Noll concluded by describing the six most relevant trends in social indicators research: reconsideration of the concepts of welfare at a time of significant change in the social context and a widespread "welfare state crisis"; renewed interest in the construction of summary welfare indices; use of longitudinal data and dynamic analysis to provide new perspectives on social change; increased use of comparative information and analysis at a time of increased economic and political integration in Europe and around the world; revival of social accounting and social monitoring to provide an integrated framework for observing and analyzing links between indicators; and, development of prospective social reporting instead of relying exclusively on retrospective reporting.
Beverly Stein, Multnomah County Chair and Chief Executive, Oregon, presented an overview of the Oregon benchmarks experience. She provided a history of the development of the Oregon benchmarks, commenting that the success of Oregon's state-level benchmarks initiative inspired several counties to develop their own benchmark programs.
Stein focused the rest of her presentation on the Multnomah County program, of which she is co-chair. She described the steps taken to set up the program, and how 80 benchmarks were identified and trimmed down to five breakthrough benchmarks. She explained that the project team also developed a vision statement and identified the outcomes of this statement, as well as the core services required to achieve the five "breakthrough" benchmarks. The final step in the process was addressing how to align programs and develop strategies to achieve the benchmarks. Stein concluded by briefly describing the "Oregon Option," an agreement between the Clinton Administration, the state legislature, and the local government to hold state and local governments accountable for their performance.
b) The Canadian Experience
Dr. Ralph Nilson, Dean of the Faculty of Physical Activity Studies, University of Regina, described the Saskatchewan Population Health Research Project (SPHRP), a project currently being developed in Saskatchewan to measure the health and well-being of the population. Because a growing body of research suggests that health is largely determined by factors outside the traditional health care system, Nilson said, SPHRP was designed to investigate the relationship between health and factors outside the traditional health care system which influence health. He explained that the project is based on both a cross-sectoral and longitudinal approach: 11 different government departments, two crown corporations and a team of researchers have collaborated in the project which will initially examine data every two years over a 10-year period. Nilson added that the project defines health as a resource of living that is comprised of four components: physical, mental, social and spiritual.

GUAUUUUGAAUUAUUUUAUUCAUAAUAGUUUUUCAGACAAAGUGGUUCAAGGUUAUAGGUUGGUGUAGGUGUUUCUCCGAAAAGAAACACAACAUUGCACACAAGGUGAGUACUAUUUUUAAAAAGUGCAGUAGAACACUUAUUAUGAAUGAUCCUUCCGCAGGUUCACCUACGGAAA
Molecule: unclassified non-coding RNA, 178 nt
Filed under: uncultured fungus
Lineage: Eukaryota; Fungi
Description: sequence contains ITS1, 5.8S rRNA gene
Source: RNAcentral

Armine Yalnizyan, Program Director, Metro Toronto Social Planning Council, described her work in the area of community audits and impact assessment. She focused on five specific questions: Why do audits? Where do you locate the measurement? Who provides the impetus for audits? How do you audit a community? And, What is the outcome (baselines, prototypes, indicators)?
Yalnizyan stated that major changes in the allocation of social spending dollars (i.e. through the Canada Health and Social Transfer [CHST]) and cuts to services at the local level have led to growing interest in community audits. Those in the social policy community wanted a better sense of the impact of these changes "on the ground," she added.
Yalnizyan described the steps involved in performing a community audit and the three types of changes that can be measured: systematic changes, institutional changes, and changes at the grassroots level. She provided overviews of: the Social Planning Council's Board of Directors and several community partners' efforts to create "an inventory of loss," and to establish a model for tracking the impact of current and future funding cuts; the Municipality of Metropolitan Toronto and the Social Planning Network of Ontario's efforts at identifying social indicators of well-being to enable local level planning; City and Metro councillors' "agency survey" of social services to determine what was happening on the ground as a result of the cuts; an agency-based review of the Parkdale neighbourhood in Toronto; and the Tracking Impacts Coalition, a community information centre that collects and collates data and new research developments.